Annie Slemrod
The Daily Star (Opinion)
September 8, 2011 - 12:00am

A successful statehood bid at the United Nations would not stand in the way of Lebanon’s Palestinian refugees eventually exercising their right of return, Palestine’s Social Affairs Minister said Wednesday.

In an interview with The Daily Star, Majeda al-Masri discussed some of the stickier aspects of the potential Palestinian state, and how it might affect the future of Lebanon’s approximately 400,000 Palestinian refugees.

“Palestinian refugees are only temporarily in Lebanon, and they will definitely return to their homeland,” said Masri. “Their return can never be an obstacle to Palestine’s right for permanent membership in the U.N.”

“There are several international resolutions that support the right of return for Palestinian refugees and their right to have a Palestine based on 1967 borders,” she said, specifically mentioning U.N. Security Council Resolution 194, passed in 1948.

Masri emphasized that statehood would not negate the status of Lebanon’s Palestinians as refugees, saying that if the state is accepted “refugees will still be here in Arab countries as guests until they come back. Their rights will be [protected] here … within [the framework] of what we are following up with the countries [where Palestinians live].”

“When the peace process occurs, the issues of refugees will be one of the main issues for Palestinians to be discussed,” said Masri.

“So [the issue of return] will be solved within the peace process. Now we are going for an independent state, but we know that if [the bid is accepted], it will not be a dead end.”

Masri said that “there is no contradiction between the Palestinian Authority’s decision to negotiate [with Israel] and Palestine’s bid for statehood at the U.N. … Palestinian Authority and the [Palestinian] government [would be] responsible for Palestinians in the Occupied Territories. Not for the refugees. The PLO is responsible for refugees,” and while it also works with Palestinians in the Occupied Territories it falls under the authority of the Palestinian Authority.

Masri is in Beirut to attend an ESCWA workshop on “Social Protection as Development,” with other regional leaders and experts such as Jordanian Labor Minister Mahmoud Kawafin, and Randa Bou Hamdan, a representative from Lebanon’s Social Affairs Ministry.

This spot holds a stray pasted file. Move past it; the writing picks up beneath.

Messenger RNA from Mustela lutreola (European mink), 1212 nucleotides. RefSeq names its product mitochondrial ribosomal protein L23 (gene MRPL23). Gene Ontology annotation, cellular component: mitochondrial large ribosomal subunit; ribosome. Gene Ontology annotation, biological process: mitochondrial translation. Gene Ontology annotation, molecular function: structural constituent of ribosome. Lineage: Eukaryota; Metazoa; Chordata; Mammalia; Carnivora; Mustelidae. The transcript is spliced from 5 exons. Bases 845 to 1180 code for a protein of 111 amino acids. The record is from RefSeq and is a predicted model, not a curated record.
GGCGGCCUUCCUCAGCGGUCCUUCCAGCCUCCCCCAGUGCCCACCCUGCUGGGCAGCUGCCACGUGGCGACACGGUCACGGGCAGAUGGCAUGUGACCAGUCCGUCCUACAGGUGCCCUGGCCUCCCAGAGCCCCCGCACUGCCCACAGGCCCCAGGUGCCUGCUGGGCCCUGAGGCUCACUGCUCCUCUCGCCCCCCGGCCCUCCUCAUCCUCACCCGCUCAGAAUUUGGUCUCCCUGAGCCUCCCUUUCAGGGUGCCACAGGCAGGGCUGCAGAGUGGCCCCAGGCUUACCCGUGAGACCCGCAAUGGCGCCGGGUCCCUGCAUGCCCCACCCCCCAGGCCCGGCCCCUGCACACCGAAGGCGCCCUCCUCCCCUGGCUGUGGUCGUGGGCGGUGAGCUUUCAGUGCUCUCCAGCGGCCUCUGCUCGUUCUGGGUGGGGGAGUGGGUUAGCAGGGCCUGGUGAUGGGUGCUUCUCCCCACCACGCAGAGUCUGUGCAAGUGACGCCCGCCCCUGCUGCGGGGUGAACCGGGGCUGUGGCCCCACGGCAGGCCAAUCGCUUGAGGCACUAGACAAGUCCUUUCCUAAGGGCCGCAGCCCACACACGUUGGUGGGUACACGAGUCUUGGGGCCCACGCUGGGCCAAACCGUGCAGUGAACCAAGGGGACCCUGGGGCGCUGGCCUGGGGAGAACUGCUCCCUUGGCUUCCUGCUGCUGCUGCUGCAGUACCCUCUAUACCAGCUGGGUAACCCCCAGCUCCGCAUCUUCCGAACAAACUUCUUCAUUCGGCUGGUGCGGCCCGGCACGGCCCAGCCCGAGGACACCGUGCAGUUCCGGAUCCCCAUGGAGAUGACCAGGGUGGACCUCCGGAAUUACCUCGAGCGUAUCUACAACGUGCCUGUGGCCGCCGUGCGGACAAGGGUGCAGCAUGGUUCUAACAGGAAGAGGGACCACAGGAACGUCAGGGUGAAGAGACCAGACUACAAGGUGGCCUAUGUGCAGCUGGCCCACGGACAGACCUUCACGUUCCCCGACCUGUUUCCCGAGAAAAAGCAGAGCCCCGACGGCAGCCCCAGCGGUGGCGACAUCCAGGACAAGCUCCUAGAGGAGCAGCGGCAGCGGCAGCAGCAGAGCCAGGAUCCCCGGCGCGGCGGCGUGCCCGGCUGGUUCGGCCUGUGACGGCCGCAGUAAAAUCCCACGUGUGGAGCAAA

The workshop is being held at the request of the Palestinians, said Masri, in order to share experiences and practices to increase “social protection for the weak and marginalized.”

“In collaboration with governmental institutions and non-governmental organizations, we have put in place a strategy for social protection [in Palestine],” Masri said, adding that this work cannot be separated from efforts to develop the Palestinian state.

“The effort put in by Palestinian NGOs and the [Palestinian] government is part of the state building that will be completed through diplomatic, political, and military pressure.”

But despite these efforts, Masri said that “the [Israeli] occupation is the main reason for the persistence of poverty and marginalization, and is an obstacle against sustainable development within Palestinian society.”

An economic example of this obstacle, Masri said, is how “[the occupation] has adopted policies to make the Palestinian economy dependent on the Israeli economy … this has turned the Palestinian market into a market for Israeli products.”

U.N. recognition, Masri said, would not be merely symbolic. It “would help Palestinians fight poverty and marginalization … a stable Palestine would also help its economy grow.”

Addressing comments made by Palestinian President Mahmoud Abbas during a recent visit to Lebanon about the need for Lebanon’s Palestinians to disarm, Masri said that the issue “will be discussed between the Palestinian leaders here in Lebanon and the [Lebanese] government. It has no relationship with the [recognition of] the state, or with the decision that will be taken [by the U.N.].

“The issue is very sensitive,” she said, noting that it will be dealt with by Lebanese-Palestinian Dialogue Committee, among others.

The minister emphasized that the upcoming statehood bid is based on “the territories occupied [by Israel] in 1967,” during the 1967 war. “[These are] the territories that the Palestinian government is trying to take back.”

“We are going to the U.N. based on the will of the Palestinians, and this is their right,” said Masri. “It is time for the U.N. to recognize the Palestinian people’s right and accept their statehood.”


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